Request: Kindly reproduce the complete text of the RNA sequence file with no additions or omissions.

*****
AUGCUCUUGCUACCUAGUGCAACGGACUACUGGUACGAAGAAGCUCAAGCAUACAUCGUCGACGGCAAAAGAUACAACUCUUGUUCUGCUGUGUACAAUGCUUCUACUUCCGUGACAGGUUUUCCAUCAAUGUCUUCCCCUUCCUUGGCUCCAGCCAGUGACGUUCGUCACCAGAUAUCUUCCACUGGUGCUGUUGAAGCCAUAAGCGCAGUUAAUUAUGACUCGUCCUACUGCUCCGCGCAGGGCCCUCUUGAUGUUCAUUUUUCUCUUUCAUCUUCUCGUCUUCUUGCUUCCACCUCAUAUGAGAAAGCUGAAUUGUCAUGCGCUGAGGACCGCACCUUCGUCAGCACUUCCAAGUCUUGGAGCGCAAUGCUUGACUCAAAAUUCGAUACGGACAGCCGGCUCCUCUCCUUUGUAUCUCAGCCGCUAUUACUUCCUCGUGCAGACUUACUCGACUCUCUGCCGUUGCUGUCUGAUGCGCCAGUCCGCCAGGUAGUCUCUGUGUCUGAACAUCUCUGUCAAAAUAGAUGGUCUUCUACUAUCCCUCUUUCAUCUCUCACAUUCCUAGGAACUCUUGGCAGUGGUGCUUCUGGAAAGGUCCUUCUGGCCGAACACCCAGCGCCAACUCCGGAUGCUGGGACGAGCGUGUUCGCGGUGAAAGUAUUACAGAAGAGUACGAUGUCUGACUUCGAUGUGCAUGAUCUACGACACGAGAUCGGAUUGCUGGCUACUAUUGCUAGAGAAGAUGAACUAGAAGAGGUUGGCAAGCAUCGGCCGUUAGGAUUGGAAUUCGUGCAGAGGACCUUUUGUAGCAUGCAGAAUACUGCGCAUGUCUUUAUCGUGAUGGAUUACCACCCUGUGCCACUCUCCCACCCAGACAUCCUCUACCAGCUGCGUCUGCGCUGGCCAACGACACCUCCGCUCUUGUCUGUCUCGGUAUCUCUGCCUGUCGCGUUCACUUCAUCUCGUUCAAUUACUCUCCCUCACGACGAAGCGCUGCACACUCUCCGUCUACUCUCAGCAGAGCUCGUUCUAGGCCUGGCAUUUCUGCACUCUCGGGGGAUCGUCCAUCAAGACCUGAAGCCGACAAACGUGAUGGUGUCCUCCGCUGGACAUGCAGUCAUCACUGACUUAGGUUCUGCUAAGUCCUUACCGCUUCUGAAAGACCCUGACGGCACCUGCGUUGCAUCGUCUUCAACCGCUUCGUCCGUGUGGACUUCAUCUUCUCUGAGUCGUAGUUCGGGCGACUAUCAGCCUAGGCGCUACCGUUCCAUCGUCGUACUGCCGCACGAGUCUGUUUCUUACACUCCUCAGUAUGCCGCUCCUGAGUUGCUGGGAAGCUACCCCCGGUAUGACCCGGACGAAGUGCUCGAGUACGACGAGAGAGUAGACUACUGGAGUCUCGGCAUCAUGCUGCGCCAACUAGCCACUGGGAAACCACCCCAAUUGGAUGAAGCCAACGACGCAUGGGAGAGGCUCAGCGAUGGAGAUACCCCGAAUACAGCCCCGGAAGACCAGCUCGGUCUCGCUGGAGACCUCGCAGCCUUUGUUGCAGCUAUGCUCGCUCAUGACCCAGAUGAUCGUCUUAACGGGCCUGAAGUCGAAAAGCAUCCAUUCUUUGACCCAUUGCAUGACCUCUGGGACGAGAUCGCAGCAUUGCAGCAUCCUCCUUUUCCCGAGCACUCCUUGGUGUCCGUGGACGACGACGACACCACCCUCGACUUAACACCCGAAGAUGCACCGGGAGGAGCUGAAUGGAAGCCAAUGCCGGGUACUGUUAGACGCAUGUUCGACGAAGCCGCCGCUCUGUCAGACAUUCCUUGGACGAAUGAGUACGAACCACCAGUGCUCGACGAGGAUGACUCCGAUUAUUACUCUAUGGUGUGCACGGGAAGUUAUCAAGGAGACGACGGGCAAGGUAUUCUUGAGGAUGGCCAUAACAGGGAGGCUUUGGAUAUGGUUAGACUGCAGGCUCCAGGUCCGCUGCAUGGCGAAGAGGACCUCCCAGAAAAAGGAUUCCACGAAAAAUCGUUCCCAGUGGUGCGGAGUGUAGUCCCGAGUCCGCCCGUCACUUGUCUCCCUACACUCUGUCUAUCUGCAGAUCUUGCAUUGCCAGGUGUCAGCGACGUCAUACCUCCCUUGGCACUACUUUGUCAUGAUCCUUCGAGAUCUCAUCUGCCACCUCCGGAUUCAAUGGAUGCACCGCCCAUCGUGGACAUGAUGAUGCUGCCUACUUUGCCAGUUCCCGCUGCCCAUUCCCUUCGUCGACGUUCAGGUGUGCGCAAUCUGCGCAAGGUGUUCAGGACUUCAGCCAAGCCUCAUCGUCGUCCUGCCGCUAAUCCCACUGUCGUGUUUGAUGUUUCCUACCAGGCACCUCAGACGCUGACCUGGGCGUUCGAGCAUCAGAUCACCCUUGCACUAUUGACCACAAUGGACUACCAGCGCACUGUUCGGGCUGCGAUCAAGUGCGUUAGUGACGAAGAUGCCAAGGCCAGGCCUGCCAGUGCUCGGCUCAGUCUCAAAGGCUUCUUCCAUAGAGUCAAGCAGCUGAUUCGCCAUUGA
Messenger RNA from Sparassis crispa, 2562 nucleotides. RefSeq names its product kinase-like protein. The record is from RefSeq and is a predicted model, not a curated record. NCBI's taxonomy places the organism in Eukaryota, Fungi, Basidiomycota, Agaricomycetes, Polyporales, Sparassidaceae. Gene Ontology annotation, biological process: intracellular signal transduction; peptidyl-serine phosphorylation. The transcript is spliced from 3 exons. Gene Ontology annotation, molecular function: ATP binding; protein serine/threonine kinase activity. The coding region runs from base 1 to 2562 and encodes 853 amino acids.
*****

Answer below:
AUGCUCUUGCUACCUAGUGCAACGGACUACUGGUACGAAGAAGCUCAAGCAUACAUCGUCGACGGCAAAAGAUACAACUCUUGUUCUGCUGUGUACAAUGCUUCUACUUCCGUGACAGGUUUUCCAUCAAUGUCUUCCCCUUCCUUGGCUCCAGCCAGUGACGUUCGUCACCAGAUAUCUUCCACUGGUGCUGUUGAAGCCAUAAGCGCAGUUAAUUAUGACUCGUCCUACUGCUCCGCGCAGGGCCCUCUUGAUGUUCAUUUUUCUCUUUCAUCUUCUCGUCUUCUUGCUUCCACCUCAUAUGAGAAAGCUGAAUUGUCAUGCGCUGAGGACCGCACCUUCGUCAGCACUUCCAAGUCUUGGAGCGCAAUGCUUGACUCAAAAUUCGAUACGGACAGCCGGCUCCUCUCCUUUGUAUCUCAGCCGCUAUUACUUCCUCGUGCAGACUUACUCGACUCUCUGCCGUUGCUGUCUGAUGCGCCAGUCCGCCAGGUAGUCUCUGUGUCUGAACAUCUCUGUCAAAAUAGAUGGUCUUCUACUAUCCCUCUUUCAUCUCUCACAUUCCUAGGAACUCUUGGCAGUGGUGCUUCUGGAAAGGUCCUUCUGGCCGAACACCCAGCGCCAACUCCGGAUGCUGGGACGAGCGUGUUCGCGGUGAAAGUAUUACAGAAGAGUACGAUGUCUGACUUCGAUGUGCAUGAUCUACGACACGAGAUCGGAUUGCUGGCUACUAUUGCUAGAGAAGAUGAACUAGAAGAGGUUGGCAAGCAUCGGCCGUUAGGAUUGGAAUUCGUGCAGAGGACCUUUUGUAGCAUGCAGAAUACUGCGCAUGUCUUUAUCGUGAUGGAUUACCACCCUGUGCCACUCUCCCACCCAGACAUCCUCUACCAGCUGCGUCUGCGCUGGCCAACGACACCUCCGCUCUUGUCUGUCUCGGUAUCUCUGCCUGUCGCGUUCACUUCAUCUCGUUCAAUUACUCUCCCUCACGACGAAGCGCUGCACACUCUCCGUCUACUCUCAGCAGAGCUCGUUCUAGGCCUGGCAUUUCUGCACUCUCGGGGGAUCGUCCAUCAAGACCUGAAGCCGACAAACGUGAUGGUGUCCUCCGCUGGACAUGCAGUCAUCACUGACUUAGGUUCUGCUAAGUCCUUACCGCUUCUGAAAGACCCUGACGGCACCUGCGUUGCAUCGUCUUCAACCGCUUCGUCCGUGUGGACUUCAUCUUCUCUGAGUCGUAGUUCGGGCGACUAUCAGCCUAGGCGCUACCGUUCCAUCGUCGUACUGCCGCACGAGUCUGUUUCUUACACUCCUCAGUAUGCCGCUCCUGAGUUGCUGGGAAGCUACCCCCGGUAUGACCCGGACGAAGUGCUCGAGUACGACGAGAGAGUAGACUACUGGAGUCUCGGCAUCAUGCUGCGCCAACUAGCCACUGGGAAACCACCCCAAUUGGAUGAAGCCAACGACGCAUGGGAGAGGCUCAGCGAUGGAGAUACCCCGAAUACAGCCCCGGAAGACCAGCUCGGUCUCGCUGGAGACCUCGCAGCCUUUGUUGCAGCUAUGCUCGCUCAUGACCCAGAUGAUCGUCUUAACGGGCCUGAAGUCGAAAAGCAUCCAUUCUUUGACCCAUUGCAUGACCUCUGGGACGAGAUCGCAGCAUUGCAGCAUCCUCCUUUUCCCGAGCACUCCUUGGUGUCCGUGGACGACGACGACACCACCCUCGACUUAACACCCGAAGAUGCACCGGGAGGAGCUGAAUGGAAGCCAAUGCCGGGUACUGUUAGACGCAUGUUCGACGAAGCCGCCGCUCUGUCAGACAUUCCUUGGACGAAUGAGUACGAACCACCAGUGCUCGACGAGGAUGACUCCGAUUAUUACUCUAUGGUGUGCACGGGAAGUUAUCAAGGAGACGACGGGCAAGGUAUUCUUGAGGAUGGCCAUAACAGGGAGGCUUUGGAUAUGGUUAGACUGCAGGCUCCAGGUCCGCUGCAUGGCGAAGAGGACCUCCCAGAAAAAGGAUUCCACGAAAAAUCGUUCCCAGUGGUGCGGAGUGUAGUCCCGAGUCCGCCCGUCACUUGUCUCCCUACACUCUGUCUAUCUGCAGAUCUUGCAUUGCCAGGUGUCAGCGACGUCAUACCUCCCUUGGCACUACUUUGUCAUGAUCCUUCGAGAUCUCAUCUGCCACCUCCGGAUUCAAUGGAUGCACCGCCCAUCGUGGACAUGAUGAUGCUGCCUACUUUGCCAGUUCCCGCUGCCCAUUCCCUUCGUCGACGUUCAGGUGUGCGCAAUCUGCGCAAGGUGUUCAGGACUUCAGCCAAGCCUCAUCGUCGUCCUGCCGCUAAUCCCACUGUCGUGUUUGAUGUUUCCUACCAGGCACCUCAGACGCUGACCUGGGCGUUCGAGCAUCAGAUCACCCUUGCACUAUUGACCACAAUGGACUACCAGCGCACUGUUCGGGCUGCGAUCAAGUGCGUUAGUGACGAAGAUGCCAAGGCCAGGCCUGCCAGUGCUCGGCUCAGUCUCAAAGGCUUCUUCCAUAGAGUCAAGCAGCUGAUUCGCCAUUGA
Messenger RNA from Sparassis crispa, 2562 nucleotides. RefSeq names its product kinase-like protein. The record is from RefSeq and is a predicted model, not a curated record. NCBI's taxonomy places the organism in Eukaryota, Fungi, Basidiomycota, Agaricomycetes, Polyporales, Sparassidaceae. Gene Ontology annotation, biological process: intracellular signal transduction; peptidyl-serine phosphorylation. The transcript is spliced from 3 exons. Gene Ontology annotation, molecular function: ATP binding; protein serine/threonine kinase activity. The coding region runs from base 1 to 2562 and encodes 853 amino acids.